Healthy Eating and Physical Activity Standards in Early Care and Education

Young girl looking at an apple
Priority Policy

Healthy Eating and Physical Activity Standards in Early Care and Education

Helping children in early care and education settings get a healthy start to life

Early childhood is a critical period for helping children develop healthy habits. Yet, 13.9% of children ages 2 to 5 have obesity. Children who are overweight or have obesity as preschoolers are 5 times more likely to be overweight or have obesity as adults. With millions of children across the country spending time in early care and education (ECE) settings like Head Start, Early Head Start, and pre-kindergarten programs, these settings are optimal environments for encouraging healthy eating and physical activity. These programs are primarily regulated through federal and state laws – with many states having minimum standards for early care and education providers to follow.

State child-care regulations and quality requirements are beginning to address healthy eating, screen time, and physical activity in ECE settings. The evidence is strongest for city and state policies and regulations related to beverages, screen time, and physical activity, which appear to have the greatest potential to improve young children’s health behaviors, decrease BMI, and provide healthcare cost savings.

Through years of research, organizations such as YMCA of the USA, Nemours’ Healthy Kids Healthy Future, ChangeLab Solutions and others have developed Healthy Eating Physical Activity guidelines to help early care and education providers institute standards. Effective HEPA standards are composed of role modeling, family engagement, physical activity, screen time, food, beverages, and infant feeding guidelines.


States should include healthy eating and physical activity guidelines in ratings and/or credentialing for early care and education centers.

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Licensing Laws State By State

While every state regulates early care and education settings, regulations differ state-by-state. The Public Health Law Center has developed a 50-state analysis of licensing laws for early care and education settings.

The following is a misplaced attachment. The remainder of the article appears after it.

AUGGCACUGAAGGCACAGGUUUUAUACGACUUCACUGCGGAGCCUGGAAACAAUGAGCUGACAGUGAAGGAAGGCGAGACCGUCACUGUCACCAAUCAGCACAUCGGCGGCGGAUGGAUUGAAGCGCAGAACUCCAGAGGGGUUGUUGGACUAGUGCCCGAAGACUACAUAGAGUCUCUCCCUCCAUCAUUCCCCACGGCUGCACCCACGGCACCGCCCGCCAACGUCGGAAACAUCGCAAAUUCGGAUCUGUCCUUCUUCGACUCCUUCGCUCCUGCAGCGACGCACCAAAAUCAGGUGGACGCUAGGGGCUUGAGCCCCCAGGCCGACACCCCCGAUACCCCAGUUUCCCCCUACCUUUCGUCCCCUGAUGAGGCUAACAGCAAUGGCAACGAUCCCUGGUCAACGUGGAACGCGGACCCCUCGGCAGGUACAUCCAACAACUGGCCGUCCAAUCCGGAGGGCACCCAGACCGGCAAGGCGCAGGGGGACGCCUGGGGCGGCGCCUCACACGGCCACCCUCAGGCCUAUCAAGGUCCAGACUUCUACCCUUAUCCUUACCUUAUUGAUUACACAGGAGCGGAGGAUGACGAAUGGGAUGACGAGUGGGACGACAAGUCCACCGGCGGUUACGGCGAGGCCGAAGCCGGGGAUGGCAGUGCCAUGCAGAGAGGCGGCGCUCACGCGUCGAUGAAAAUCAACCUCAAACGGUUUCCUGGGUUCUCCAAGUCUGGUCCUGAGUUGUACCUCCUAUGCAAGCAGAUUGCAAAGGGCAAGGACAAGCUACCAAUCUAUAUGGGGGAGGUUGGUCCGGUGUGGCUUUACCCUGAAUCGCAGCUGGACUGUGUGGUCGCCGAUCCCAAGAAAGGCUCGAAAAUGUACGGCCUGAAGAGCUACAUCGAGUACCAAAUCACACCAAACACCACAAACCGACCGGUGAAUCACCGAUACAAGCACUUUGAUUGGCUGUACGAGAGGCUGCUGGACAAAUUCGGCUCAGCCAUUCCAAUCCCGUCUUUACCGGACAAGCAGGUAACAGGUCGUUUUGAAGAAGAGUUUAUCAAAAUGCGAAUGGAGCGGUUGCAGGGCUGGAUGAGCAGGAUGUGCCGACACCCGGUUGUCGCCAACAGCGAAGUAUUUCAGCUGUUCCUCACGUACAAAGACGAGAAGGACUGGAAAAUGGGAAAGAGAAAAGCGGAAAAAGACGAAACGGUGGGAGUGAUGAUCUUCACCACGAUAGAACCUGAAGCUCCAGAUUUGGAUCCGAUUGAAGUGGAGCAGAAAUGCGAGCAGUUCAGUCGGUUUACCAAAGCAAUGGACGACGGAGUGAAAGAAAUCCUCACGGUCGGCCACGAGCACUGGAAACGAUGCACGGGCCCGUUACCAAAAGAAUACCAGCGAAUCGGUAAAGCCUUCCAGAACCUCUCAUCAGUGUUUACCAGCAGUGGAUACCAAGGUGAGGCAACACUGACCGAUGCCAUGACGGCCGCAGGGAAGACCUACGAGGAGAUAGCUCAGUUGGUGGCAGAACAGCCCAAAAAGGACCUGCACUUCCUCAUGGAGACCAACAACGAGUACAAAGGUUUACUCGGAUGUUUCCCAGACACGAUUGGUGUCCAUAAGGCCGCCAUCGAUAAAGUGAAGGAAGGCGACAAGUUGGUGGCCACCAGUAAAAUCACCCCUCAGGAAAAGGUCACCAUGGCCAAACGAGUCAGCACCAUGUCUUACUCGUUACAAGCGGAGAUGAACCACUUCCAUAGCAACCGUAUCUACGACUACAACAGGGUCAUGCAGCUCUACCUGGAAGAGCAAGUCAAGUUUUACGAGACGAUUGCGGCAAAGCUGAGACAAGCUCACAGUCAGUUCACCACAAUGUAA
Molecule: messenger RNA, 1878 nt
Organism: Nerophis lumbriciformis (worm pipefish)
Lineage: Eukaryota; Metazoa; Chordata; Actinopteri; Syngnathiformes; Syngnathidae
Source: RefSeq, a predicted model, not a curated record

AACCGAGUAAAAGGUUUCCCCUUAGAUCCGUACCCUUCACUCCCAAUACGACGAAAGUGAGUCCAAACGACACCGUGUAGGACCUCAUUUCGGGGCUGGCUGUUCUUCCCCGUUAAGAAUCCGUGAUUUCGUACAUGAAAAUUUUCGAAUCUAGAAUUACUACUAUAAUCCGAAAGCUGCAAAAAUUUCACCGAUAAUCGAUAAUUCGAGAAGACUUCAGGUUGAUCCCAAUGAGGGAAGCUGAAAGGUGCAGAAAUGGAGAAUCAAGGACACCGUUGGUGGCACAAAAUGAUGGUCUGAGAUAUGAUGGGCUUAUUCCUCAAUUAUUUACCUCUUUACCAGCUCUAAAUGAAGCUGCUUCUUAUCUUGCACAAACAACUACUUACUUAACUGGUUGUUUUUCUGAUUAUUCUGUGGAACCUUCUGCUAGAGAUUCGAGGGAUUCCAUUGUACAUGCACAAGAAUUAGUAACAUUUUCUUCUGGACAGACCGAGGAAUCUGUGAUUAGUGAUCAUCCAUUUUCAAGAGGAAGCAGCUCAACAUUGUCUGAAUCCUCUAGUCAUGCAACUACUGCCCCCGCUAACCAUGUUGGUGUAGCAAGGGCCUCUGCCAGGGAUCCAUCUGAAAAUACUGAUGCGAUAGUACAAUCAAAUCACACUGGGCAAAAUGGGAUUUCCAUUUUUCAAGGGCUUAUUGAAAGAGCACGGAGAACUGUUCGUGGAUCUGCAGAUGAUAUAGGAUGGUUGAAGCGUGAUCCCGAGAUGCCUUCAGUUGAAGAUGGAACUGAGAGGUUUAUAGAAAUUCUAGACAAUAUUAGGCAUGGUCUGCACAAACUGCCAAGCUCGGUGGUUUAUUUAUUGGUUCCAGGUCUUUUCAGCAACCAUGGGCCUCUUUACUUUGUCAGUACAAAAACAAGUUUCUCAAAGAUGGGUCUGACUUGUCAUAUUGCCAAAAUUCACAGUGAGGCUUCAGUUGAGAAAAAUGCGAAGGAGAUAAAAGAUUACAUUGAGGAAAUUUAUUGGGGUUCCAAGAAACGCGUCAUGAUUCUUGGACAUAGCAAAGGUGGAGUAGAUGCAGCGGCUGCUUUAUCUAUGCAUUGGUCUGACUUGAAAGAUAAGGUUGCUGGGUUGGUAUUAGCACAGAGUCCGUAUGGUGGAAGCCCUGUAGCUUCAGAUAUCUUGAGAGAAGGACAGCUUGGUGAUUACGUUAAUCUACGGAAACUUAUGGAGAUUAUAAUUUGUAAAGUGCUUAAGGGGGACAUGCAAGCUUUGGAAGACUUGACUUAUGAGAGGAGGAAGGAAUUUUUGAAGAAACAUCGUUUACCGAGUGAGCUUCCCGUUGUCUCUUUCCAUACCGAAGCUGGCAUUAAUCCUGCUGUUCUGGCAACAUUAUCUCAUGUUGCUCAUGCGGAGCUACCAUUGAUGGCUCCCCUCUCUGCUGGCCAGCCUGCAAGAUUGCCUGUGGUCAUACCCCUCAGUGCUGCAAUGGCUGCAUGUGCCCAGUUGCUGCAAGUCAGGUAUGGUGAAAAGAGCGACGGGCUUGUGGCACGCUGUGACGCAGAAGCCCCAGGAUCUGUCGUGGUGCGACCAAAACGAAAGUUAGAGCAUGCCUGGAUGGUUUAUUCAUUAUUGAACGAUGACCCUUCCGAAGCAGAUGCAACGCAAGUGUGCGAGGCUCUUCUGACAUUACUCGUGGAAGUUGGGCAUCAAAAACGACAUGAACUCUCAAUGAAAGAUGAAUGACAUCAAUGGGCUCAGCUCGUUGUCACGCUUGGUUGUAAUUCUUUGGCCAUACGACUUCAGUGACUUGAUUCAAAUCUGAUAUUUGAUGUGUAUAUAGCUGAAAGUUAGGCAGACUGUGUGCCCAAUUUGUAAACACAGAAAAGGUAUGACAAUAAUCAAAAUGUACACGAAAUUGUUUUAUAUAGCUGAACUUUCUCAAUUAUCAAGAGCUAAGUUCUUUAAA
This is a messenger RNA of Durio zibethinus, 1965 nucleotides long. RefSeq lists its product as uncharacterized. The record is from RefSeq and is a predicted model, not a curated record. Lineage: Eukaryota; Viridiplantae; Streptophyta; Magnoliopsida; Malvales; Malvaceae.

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Model Licensing Statues For States and Local Jurisdictions

States and local jurisdictions looking to include obesity prevention in their licensing often do not know where to start. ChangeLab Solutions has developed model statutes that provide guidance on physical activity, healthy eating and screen time.

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Efforts To Prevent Obesity in ECE Settings Taking Hold

Efforts to strengthen policies, systems, and environments to promote health and prevent obesity in early care and education settings have become more robust and widespread. Healthy Eating Research provides a comprehensive overview of changes that have occurred in recent years and reviews the impact that these policy, systems, and environmental interventions have had in the ECE setting on promoting a healthy diet, adequate physical activity, and reduced screen time.

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Beverage Recommendations For Young Children

Research shows that what children drink from birth through age five has a big impact on their health – both now and for years to come. The nation’s leading health organizations agree that for most kids, the recommendations can help to set children on a path for healthy growth and development.

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Fast Facts


An estimated 73% of children under age 5 participate in an early child care program.

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Each day in the U.S. about 13 million infants and young children (under age 5) spend time in an ECE setting (Head Start, Pre-K, child care centers, family child care homes).

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Twenty-nine states have quality rating systems for child care that include obesity prevention in their state standards.

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Data to Share

42 states include obesity prevention topics in online professional development courses for early care and education providers.
Allowing infants and toddlers to become familiar with healthy eating habits is key to developing healthy food preferences. Evidence shows that young children are more likely to try new foods when they observe caregivers eating them enthusiastically.
Healthy Eating Research and leading health organizations recommend that children under the age of 5 avoid drinking flavored milks and any drinks with added sugars, artificial sweeteners, or caffeine.